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2020 Ada Lovelace Honoree Anne Lee “Pioneering Software Engineer” in telecommunications technology

Bell Labs Chief Technology Office Partner Anne Lee’s first experiences in the United States came soon after the age of three, when her family moved from Canada – where her paternal great great grandfather had immigrated to in the 1800s - into the middle of civil unrest unfolding on the streets of her new Chicago West Garfield Park neighborhood. In 1968, the assassination of Dr. Martin Luther King Jr. set off race riots across the country including where Anne and her family lived; sadly, this area of Chicago has not recovered to this day. 

Several years later, the family would move to the Argyle neighborhood which was growing into an Asian-American community. “The area was originally planned to become a new Chicago Chinatown, but the end of the Vietnam War brought refugees to Argyle transforming it instead into a vibrant Chinese and Southeast Asian American enclave.” shares Anne.

As the daughter and eldest of two children to an older father who had run various storefronts (flower shop, café, restaurants) and a mother who worked as a seamstress in local garment factories, Anne had always dreamed about the prospect of becoming a scientist. This would eventually push her to become the first generation in her family to go onto study in college and make her way into the field of technology. 

But first, Anne would take four busses – two each way - every day to attend a magnet high school in Chicago; one with a large campus and thousands of students requiring two years of shop classes as part of their curriculum. The once all-boys school would decide in 1971 to admit girls amidst protests by students who held a walkout chanting “We don’t want no broads.” Spurred on by the space race, it had evolved in the 1950’s to become a top, selective admissions science and engineering college prep school. The argument against allowing girls in was that girls would lower the prestige and quality of the school and would lower the school’s standards. This didn’t happen and instead, the school has maintained its top ranking with a 50/50 gender balanced student population.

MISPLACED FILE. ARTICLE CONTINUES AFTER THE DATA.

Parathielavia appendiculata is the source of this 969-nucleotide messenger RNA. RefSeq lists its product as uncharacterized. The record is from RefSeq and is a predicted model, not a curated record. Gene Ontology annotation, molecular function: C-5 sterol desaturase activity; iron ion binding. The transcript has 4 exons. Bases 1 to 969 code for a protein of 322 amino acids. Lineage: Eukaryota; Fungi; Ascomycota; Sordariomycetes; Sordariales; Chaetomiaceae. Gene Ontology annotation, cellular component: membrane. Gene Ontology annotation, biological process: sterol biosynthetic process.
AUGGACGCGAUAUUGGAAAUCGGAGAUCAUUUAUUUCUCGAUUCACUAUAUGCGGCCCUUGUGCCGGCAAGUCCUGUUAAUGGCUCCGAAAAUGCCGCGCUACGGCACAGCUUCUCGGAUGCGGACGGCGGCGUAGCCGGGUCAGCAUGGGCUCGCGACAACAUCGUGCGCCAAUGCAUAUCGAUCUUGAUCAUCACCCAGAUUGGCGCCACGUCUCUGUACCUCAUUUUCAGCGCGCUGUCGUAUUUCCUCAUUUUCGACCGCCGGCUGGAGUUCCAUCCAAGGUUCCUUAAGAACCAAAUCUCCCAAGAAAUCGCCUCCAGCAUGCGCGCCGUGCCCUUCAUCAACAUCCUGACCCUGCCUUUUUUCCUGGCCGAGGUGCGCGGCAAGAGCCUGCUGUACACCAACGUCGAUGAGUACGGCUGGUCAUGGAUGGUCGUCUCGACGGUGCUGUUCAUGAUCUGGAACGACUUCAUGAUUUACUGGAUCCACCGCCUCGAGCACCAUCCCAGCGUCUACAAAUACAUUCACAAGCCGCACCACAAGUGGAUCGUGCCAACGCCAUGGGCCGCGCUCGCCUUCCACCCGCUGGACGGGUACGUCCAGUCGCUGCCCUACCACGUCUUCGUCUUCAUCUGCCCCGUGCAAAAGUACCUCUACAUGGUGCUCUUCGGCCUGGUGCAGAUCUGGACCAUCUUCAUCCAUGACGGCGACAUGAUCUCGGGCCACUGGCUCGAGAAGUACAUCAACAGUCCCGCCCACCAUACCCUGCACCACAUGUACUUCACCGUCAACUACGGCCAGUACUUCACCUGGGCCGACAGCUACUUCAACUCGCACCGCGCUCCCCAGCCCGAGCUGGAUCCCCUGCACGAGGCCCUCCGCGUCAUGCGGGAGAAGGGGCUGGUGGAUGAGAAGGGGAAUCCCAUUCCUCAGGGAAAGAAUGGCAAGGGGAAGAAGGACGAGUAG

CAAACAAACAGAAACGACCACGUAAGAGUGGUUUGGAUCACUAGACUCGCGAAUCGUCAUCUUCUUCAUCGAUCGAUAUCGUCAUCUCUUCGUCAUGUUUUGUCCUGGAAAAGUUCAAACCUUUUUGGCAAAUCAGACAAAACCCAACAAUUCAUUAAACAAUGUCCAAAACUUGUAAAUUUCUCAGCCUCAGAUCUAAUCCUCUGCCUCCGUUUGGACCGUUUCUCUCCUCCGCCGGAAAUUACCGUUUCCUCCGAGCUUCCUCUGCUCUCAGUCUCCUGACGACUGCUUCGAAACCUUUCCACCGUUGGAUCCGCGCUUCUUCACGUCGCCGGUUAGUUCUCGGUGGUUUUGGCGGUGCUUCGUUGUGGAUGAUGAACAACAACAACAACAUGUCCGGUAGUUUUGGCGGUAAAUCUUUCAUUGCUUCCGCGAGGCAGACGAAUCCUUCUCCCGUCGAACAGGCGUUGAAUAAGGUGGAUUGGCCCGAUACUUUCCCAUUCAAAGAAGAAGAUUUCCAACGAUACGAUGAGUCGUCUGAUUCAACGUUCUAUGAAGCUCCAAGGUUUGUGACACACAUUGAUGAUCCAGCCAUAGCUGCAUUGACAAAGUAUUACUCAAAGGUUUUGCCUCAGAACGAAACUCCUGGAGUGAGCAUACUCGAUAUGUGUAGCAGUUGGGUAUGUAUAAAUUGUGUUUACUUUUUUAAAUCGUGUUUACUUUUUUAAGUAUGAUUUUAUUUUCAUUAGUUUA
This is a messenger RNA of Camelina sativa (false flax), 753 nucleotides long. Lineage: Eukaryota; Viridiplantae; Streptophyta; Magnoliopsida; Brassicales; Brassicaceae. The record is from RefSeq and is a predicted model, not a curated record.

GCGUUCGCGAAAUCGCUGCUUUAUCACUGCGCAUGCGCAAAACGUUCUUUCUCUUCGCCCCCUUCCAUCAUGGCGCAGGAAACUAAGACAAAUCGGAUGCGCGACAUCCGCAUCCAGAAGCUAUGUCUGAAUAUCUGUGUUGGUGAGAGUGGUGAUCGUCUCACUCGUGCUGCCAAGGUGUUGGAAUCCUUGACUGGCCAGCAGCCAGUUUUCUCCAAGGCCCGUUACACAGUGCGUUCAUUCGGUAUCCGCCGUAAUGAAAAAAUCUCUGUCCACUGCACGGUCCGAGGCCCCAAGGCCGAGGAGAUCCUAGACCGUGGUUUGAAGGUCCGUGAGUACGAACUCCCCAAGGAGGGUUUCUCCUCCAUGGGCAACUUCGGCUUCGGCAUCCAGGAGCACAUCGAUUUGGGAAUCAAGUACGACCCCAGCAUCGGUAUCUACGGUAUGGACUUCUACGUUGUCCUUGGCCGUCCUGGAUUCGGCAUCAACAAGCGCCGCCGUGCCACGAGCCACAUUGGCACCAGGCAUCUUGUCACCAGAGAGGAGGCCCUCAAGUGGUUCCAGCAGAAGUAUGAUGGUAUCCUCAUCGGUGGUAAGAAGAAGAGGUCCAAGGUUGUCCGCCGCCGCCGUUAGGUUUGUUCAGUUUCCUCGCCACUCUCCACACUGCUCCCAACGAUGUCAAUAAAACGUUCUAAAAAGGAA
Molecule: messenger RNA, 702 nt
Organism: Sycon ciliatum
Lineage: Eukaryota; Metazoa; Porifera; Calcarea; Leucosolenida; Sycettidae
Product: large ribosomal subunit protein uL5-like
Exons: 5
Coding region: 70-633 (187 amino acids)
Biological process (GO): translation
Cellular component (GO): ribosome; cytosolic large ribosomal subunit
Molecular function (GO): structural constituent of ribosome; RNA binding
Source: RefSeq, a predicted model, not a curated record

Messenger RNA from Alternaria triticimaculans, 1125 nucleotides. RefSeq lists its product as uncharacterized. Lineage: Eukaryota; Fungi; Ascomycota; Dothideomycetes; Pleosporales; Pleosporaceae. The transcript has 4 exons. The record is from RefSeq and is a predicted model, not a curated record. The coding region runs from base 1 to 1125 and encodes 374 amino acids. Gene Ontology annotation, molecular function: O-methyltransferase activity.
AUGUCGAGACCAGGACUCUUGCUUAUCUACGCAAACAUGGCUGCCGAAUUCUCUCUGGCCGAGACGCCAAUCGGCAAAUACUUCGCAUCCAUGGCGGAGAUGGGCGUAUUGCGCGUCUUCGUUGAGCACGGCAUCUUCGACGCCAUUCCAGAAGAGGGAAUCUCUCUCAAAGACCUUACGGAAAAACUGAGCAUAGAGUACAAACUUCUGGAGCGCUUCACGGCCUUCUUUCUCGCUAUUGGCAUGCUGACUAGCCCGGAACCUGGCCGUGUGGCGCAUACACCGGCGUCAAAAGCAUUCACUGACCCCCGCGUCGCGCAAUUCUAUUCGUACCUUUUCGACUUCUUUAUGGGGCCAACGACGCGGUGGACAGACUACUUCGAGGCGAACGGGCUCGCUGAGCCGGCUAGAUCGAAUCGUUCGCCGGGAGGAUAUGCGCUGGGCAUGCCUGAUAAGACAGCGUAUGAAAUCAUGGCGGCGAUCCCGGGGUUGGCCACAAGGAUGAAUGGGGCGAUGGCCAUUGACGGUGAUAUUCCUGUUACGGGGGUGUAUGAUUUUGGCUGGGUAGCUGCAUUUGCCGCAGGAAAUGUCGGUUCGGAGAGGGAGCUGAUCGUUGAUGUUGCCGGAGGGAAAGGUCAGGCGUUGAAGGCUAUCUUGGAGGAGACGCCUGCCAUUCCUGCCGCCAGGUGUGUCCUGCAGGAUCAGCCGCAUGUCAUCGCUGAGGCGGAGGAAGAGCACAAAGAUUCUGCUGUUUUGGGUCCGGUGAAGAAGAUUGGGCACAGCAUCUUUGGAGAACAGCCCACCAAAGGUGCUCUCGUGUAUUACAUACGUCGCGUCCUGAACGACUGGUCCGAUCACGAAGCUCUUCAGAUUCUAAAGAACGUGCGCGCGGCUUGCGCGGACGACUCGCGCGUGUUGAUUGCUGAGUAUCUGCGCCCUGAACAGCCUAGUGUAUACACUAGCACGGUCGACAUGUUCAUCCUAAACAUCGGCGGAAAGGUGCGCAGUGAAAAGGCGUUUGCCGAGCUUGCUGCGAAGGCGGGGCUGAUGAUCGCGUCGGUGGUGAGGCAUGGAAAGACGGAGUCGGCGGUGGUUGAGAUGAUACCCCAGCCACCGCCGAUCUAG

“My father had a heart attack when I was 7 years old and his health declined over the next years, eventually passing away when I was 14,” says Anne. “After he passed, I needed to help my non-English speaking mother. That included stepping up to often diagnose and repair issues that arose in the aging 2-flat that my family owned. For instance, a couple of times, a window was struck by someone shooting a BB gun in our neighborhood. To repair the window, I would go to the hardware store, buy a pane of glass and use my shop skills from school to fix it. I wasn’t afraid to pick up a tool to help save my family money.”

Anne would later graduate near the top of her class and go on to pursue a bachelor’s degree in Electrical Engineering. “As I was making my way through college and working in various programming internships at tech companies, one of my mentors agreed with the observation that ‘The World is Moving to Software’”. This led me to follow up my engineering degree with a Master’s in Computer Science.” 


“The time period in which I was studying computer science was when women were getting 37% of Computer Science degrees. This turned out to be the peak rate. More than two decades later, that number collapsed to 12% and it is slightly better now at 19% today. I was stunned to learn this a few years ago and thus began looking into the possible causes,” comments Anne.